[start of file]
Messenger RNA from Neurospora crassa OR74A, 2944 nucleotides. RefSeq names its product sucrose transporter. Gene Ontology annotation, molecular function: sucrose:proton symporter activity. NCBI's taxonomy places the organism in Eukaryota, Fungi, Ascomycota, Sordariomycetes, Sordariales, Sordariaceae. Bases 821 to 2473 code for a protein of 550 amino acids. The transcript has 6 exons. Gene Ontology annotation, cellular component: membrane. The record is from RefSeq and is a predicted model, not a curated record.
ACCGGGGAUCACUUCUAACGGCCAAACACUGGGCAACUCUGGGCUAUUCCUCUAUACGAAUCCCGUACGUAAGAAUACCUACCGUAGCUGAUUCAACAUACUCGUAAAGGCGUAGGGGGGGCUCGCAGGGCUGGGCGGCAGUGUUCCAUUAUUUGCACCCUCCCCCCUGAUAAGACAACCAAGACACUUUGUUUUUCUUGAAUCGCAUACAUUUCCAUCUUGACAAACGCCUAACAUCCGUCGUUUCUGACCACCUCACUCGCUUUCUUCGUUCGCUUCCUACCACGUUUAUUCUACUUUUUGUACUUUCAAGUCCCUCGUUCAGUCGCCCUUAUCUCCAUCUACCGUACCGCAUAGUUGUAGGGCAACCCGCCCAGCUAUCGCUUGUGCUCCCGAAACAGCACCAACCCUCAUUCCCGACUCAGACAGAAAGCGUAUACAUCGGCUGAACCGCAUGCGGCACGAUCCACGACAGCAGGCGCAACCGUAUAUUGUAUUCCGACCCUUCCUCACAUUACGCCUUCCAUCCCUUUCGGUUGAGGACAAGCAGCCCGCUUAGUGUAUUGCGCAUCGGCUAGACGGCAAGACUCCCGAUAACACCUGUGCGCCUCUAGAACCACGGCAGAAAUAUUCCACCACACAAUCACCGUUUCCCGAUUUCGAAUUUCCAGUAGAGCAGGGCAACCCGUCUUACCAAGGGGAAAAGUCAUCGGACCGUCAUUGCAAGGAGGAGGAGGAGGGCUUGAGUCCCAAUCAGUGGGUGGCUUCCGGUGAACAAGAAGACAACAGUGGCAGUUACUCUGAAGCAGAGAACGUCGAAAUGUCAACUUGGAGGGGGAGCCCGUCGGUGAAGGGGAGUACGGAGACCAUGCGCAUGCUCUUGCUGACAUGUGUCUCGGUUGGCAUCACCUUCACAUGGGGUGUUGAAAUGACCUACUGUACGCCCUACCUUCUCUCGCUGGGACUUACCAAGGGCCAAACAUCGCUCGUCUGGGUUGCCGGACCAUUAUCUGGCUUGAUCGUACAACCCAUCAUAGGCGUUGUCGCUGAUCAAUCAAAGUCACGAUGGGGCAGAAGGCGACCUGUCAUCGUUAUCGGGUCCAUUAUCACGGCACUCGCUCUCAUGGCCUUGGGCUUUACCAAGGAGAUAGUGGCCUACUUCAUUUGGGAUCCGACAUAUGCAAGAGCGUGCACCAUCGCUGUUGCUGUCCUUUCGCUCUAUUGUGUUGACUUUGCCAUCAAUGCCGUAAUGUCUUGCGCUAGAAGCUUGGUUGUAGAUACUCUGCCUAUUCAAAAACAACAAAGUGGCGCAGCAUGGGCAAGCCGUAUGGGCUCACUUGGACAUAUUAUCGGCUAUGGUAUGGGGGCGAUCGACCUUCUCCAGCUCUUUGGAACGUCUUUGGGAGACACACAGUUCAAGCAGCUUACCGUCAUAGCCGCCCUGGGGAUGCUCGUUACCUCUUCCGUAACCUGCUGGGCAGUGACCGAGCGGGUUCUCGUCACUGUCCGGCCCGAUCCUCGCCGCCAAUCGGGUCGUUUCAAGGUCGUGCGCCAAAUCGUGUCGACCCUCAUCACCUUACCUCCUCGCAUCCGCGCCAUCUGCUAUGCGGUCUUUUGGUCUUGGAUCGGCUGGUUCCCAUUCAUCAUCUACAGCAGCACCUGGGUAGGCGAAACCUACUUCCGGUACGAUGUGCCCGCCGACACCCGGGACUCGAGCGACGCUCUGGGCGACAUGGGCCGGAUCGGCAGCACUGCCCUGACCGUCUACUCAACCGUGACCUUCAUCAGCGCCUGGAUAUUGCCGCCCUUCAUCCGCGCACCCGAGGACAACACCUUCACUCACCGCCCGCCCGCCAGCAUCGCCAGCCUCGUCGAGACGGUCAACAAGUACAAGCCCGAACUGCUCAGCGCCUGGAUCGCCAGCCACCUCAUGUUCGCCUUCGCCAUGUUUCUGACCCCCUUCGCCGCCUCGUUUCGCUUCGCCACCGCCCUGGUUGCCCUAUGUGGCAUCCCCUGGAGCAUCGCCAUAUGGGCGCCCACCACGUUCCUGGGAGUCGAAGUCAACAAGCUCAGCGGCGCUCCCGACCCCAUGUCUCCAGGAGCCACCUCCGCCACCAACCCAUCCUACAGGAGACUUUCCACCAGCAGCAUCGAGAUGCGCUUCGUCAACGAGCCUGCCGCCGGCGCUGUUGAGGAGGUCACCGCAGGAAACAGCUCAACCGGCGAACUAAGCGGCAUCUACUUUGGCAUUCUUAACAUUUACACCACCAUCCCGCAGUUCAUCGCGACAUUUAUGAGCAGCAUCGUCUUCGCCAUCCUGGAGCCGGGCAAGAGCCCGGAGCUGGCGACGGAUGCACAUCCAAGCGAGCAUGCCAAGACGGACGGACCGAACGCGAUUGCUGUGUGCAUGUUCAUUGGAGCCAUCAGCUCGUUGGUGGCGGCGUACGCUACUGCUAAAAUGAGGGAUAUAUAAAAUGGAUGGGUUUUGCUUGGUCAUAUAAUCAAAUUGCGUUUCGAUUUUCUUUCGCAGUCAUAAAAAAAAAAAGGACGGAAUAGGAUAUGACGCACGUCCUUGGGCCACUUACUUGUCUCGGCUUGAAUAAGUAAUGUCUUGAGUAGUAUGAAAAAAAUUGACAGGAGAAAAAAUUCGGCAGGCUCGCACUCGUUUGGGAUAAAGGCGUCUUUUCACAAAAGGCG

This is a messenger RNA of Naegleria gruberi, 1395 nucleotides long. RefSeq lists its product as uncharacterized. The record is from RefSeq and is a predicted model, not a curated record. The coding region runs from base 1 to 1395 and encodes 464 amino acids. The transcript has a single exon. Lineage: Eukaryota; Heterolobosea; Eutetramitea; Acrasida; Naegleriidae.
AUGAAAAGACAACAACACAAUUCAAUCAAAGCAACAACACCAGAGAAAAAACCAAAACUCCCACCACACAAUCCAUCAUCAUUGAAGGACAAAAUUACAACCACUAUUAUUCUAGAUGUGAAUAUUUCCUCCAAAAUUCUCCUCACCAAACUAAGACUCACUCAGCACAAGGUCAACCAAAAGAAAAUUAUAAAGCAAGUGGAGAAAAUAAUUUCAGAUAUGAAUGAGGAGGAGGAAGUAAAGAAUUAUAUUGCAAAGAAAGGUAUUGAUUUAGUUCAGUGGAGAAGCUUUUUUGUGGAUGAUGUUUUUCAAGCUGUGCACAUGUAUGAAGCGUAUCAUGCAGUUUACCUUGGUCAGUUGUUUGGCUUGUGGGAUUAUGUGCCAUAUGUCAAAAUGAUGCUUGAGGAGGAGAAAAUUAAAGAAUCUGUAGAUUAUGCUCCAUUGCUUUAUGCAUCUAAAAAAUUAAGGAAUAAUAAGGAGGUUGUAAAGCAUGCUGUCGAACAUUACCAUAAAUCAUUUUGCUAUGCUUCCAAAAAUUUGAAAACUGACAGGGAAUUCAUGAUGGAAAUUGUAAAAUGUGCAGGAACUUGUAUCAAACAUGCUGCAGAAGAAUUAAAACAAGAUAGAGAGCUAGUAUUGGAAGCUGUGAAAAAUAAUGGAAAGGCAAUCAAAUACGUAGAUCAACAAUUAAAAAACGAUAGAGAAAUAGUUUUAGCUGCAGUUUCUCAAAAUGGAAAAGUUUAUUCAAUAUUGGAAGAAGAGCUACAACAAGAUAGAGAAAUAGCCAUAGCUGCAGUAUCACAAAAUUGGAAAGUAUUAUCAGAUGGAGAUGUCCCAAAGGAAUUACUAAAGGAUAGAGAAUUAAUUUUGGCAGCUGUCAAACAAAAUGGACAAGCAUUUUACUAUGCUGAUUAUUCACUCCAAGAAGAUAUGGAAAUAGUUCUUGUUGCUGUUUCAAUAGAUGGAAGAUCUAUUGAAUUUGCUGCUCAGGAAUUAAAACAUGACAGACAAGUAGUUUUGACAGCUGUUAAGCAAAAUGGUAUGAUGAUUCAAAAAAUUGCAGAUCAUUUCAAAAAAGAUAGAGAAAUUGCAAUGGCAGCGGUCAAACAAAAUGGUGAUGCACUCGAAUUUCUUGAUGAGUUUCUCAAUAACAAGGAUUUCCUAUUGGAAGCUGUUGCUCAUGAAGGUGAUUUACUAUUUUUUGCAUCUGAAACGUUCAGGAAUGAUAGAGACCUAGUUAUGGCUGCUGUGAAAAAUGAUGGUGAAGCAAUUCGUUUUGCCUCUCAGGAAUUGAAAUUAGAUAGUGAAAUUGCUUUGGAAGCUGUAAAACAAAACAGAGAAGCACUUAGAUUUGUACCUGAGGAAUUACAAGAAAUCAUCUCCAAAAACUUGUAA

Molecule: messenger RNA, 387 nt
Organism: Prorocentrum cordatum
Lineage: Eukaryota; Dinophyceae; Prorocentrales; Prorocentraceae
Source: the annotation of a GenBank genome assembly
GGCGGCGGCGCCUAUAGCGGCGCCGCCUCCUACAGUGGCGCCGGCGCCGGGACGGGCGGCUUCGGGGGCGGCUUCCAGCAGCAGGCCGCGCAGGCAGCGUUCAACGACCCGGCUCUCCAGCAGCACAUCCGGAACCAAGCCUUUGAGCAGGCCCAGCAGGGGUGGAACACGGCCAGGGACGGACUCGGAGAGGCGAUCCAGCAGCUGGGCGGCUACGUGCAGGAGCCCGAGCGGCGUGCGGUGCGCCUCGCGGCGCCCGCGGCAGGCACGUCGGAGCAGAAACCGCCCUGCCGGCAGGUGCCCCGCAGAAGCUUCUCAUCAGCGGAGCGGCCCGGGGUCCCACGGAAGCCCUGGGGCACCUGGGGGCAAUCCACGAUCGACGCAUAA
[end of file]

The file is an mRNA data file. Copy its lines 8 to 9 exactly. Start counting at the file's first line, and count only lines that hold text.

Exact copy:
Source: the annotation of a GenBank genome assembly
GGCGGCGGCGCCUAUAGCGGCGCCGCCUCCUACAGUGGCGCCGGCGCCGGGACGGGCGGCUUCGGGGGCGGCUUCCAGCAGCAGGCCGCGCAGGCAGCGUUCAACGACCCGGCUCUCCAGCAGCACAUCCGGAACCAAGCCUUUGAGCAGGCCCAGCAGGGGUGGAACACGGCCAGGGACGGACUCGGAGAGGCGAUCCAGCAGCUGGGCGGCUACGUGCAGGAGCCCGAGCGGCGUGCGGUGCGCCUCGCGGCGCCCGCGGCAGGCACGUCGGAGCAGAAACCGCCCUGCCGGCAGGUGCCCCGCAGAAGCUUCUCAUCAGCGGAGCGGCCCGGGGUCCCACGGAAGCCCUGGGGCACCUGGGGGCAAUCCACGAUCGACGCAUAA